3D shapes hanging on strings

Nik Nikolov Explores Structural Topology Optimization As a Tool for Architectural Design

The approach, not widely used in architecture and the building sciences, gives rise to important questions. 

Story by

Kelly Hochbein

A traditional structural shape is typically fabricated using casting or extrusion methods, with close adherence to standards for accurate repetition. A focus on safety and failure prevention ensures that redundancies—excessive materials and their related weight—abound. 

Structural topology optimization, a computational process that creates more efficient and economical forms, changes all that. 

“Topology optimization provides highly customized, highly specific design for a very specific application,” says Nik Nikolov, an associate professor of architecture. The technique allows a designer to take a standard structural member and optimize its shape to achieve strength, reduced mass or economy in material.

3D-printed building

The proliferation of digital fabrication technologies such as 3-D printing has made mass customization easier, but it is not as widely used in architecture and the building sciences. 

The proliferation of digital fabrication technologies such as 3-D printing has made mass customization easier and far more common. Boeing, for example, uses topologically optimized fuselages and other components on their airplanes. Although the approach is popular in mechanical engineering, it is not as widely used in architecture and the building sciences. 

“I’m looking for this crevice between the disciplines that allows architecture to contribute to that discussion,” says Nikolov. 

The optimization process assigns densities throughout a structure according to the flow of stresses within it, distributes matter where it’s needed and subtracts matter where it’s unnecessary, he explains. “About half of the material in a pre-cast concrete beam is unusable—it’s just filler to hold the steel in place. So there’s a great deal of economy and efficiency to be gained by [optimizing].”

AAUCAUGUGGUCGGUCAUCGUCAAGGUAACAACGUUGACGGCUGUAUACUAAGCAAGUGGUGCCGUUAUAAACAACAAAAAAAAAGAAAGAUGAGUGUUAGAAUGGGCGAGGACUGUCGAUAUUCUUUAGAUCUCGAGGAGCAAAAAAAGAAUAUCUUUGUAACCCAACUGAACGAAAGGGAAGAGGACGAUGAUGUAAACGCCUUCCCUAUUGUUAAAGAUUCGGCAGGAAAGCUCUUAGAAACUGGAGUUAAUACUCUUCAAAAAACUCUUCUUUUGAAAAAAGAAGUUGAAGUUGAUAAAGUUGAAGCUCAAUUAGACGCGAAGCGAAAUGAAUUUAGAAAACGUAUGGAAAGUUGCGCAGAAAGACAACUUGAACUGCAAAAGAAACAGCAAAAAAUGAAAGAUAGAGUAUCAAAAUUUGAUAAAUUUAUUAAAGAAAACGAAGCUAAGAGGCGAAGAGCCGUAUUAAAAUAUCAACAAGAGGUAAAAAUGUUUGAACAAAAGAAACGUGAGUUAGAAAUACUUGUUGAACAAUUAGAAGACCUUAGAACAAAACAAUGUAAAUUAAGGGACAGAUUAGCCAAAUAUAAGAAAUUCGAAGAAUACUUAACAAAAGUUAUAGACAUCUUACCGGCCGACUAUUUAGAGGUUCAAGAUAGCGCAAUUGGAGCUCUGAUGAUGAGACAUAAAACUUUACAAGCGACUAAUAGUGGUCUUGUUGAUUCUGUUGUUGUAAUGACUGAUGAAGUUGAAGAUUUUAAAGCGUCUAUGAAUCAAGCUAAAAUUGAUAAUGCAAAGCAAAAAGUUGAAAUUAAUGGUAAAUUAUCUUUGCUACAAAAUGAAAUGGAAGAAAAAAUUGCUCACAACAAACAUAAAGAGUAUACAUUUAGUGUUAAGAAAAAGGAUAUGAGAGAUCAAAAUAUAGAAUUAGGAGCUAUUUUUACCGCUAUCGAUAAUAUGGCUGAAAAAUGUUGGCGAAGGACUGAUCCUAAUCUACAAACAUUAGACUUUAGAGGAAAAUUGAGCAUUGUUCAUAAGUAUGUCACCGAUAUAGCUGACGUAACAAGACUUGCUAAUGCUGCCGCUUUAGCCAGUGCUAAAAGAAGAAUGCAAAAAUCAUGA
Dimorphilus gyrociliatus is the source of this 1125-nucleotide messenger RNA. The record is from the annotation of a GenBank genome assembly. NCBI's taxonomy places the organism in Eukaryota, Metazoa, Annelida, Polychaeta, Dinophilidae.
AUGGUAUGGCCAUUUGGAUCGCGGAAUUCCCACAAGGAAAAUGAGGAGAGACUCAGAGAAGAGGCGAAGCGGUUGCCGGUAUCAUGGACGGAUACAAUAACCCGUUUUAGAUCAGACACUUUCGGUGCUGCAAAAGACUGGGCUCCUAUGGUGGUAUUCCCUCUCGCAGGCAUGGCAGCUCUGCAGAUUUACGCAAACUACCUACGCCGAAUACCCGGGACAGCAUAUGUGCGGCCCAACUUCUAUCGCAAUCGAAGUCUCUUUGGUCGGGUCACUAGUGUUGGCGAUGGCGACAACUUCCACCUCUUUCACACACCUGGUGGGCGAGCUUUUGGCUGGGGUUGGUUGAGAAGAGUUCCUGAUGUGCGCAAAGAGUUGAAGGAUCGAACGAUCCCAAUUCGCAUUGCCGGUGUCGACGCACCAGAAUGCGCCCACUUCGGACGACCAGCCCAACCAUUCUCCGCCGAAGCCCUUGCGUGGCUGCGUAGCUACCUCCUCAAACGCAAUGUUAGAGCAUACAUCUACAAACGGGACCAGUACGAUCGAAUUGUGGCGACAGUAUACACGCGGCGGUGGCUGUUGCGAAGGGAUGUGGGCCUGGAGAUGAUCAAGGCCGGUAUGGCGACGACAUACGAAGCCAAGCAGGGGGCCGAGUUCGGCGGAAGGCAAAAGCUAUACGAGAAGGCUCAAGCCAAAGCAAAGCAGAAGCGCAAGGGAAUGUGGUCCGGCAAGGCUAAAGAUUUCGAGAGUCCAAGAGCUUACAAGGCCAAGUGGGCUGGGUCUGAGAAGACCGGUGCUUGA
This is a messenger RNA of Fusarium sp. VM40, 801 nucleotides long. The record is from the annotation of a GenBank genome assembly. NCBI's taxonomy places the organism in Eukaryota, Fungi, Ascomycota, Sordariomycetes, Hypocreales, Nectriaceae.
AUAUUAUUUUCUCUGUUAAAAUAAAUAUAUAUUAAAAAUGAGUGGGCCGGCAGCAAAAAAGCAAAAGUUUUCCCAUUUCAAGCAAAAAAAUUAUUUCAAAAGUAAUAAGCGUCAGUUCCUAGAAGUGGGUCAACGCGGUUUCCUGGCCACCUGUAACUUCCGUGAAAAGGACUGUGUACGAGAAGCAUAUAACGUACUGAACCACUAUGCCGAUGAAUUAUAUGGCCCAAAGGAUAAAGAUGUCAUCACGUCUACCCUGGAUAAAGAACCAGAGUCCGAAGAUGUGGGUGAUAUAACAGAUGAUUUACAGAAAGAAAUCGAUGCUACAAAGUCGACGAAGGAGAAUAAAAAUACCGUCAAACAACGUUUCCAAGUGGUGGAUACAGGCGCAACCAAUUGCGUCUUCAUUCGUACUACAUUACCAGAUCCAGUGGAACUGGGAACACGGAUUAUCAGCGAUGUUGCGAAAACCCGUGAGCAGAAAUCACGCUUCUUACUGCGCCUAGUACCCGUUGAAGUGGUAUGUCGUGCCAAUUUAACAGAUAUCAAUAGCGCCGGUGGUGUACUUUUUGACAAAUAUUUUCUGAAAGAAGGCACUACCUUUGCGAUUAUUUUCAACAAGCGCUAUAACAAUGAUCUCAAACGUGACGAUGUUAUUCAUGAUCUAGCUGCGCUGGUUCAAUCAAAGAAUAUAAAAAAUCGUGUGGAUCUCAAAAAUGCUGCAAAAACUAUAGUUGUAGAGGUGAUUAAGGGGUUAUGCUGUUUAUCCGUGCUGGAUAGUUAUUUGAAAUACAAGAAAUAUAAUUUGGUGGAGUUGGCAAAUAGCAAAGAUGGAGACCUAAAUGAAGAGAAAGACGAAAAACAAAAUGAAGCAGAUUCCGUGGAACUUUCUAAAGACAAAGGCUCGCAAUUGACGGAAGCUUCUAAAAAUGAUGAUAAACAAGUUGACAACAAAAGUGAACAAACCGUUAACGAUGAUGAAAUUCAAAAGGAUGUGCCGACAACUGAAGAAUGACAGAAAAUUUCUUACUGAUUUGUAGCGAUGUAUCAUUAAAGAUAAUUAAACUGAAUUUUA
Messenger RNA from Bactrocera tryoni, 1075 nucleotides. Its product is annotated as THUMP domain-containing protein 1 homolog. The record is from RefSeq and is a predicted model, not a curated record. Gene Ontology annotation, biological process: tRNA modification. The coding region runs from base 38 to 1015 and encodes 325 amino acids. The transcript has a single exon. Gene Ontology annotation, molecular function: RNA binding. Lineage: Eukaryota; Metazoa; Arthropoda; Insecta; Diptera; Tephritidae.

Optimized structures look different, as well. A topologically optimized column, for example, is organic, appearing more like a tree than a traditional column. An optimized concrete slab, Nikolov explains, is not flat—it has ribs in concentric circles. 

“The implications of this are such that we have an emergent aesthetic by adopting an emergent technology,” he says. “And to me that’s very interesting. Where does that fall in the sense of how do we study it?”

This new aesthetic, says Nikolov, is not stereotomic (related to cutting a solid into a specified form, as a sculptor would) or tectonic (related to building with linear elements). “Where does it fall,” he wonders, “in the evolution of form, shape [and] structure? How do we start theorizing about a confluence of structure, form and performance?”

According to Nikolov, the improved efficiency and unique aesthetics of structural topology optimization do not necessarily mean that the approach will become standard architectural practice anytime soon. 

“In a way it’s almost dead on arrival, it’s that good,” he says. “Because it just blows up the present industrial workflows. And the whole industry is up in the air because it will require a completely different way of fabrication.”

However, structural performance has become a new paradigm, says Nikolov, and an important one for the future. 

“I think within our lifetime we will be on the brink of a kind of transformational change,” he says. “Buildings will have to play the biggest role in that paradigm change because they contribute almost 40 percent of CO2 emissions—that’s more than either the transportation and industrial sectors. The construction and the operation of the built environment is ballooning while it remains incredibly wasteful. So we have to think about what does it mean to perform in a new kind of way. How buildings perform material-wise, structurally, from an environmental point of view could not be more urgent. And obviously, stacking bricks like we have been for centuries is probably going to have to be rethought.”

Illustration by Leonie Bos

This story originally appeared as "An Emerging Aesthetic" in the 2019 Lehigh Research Review.

Story by

Kelly Hochbein

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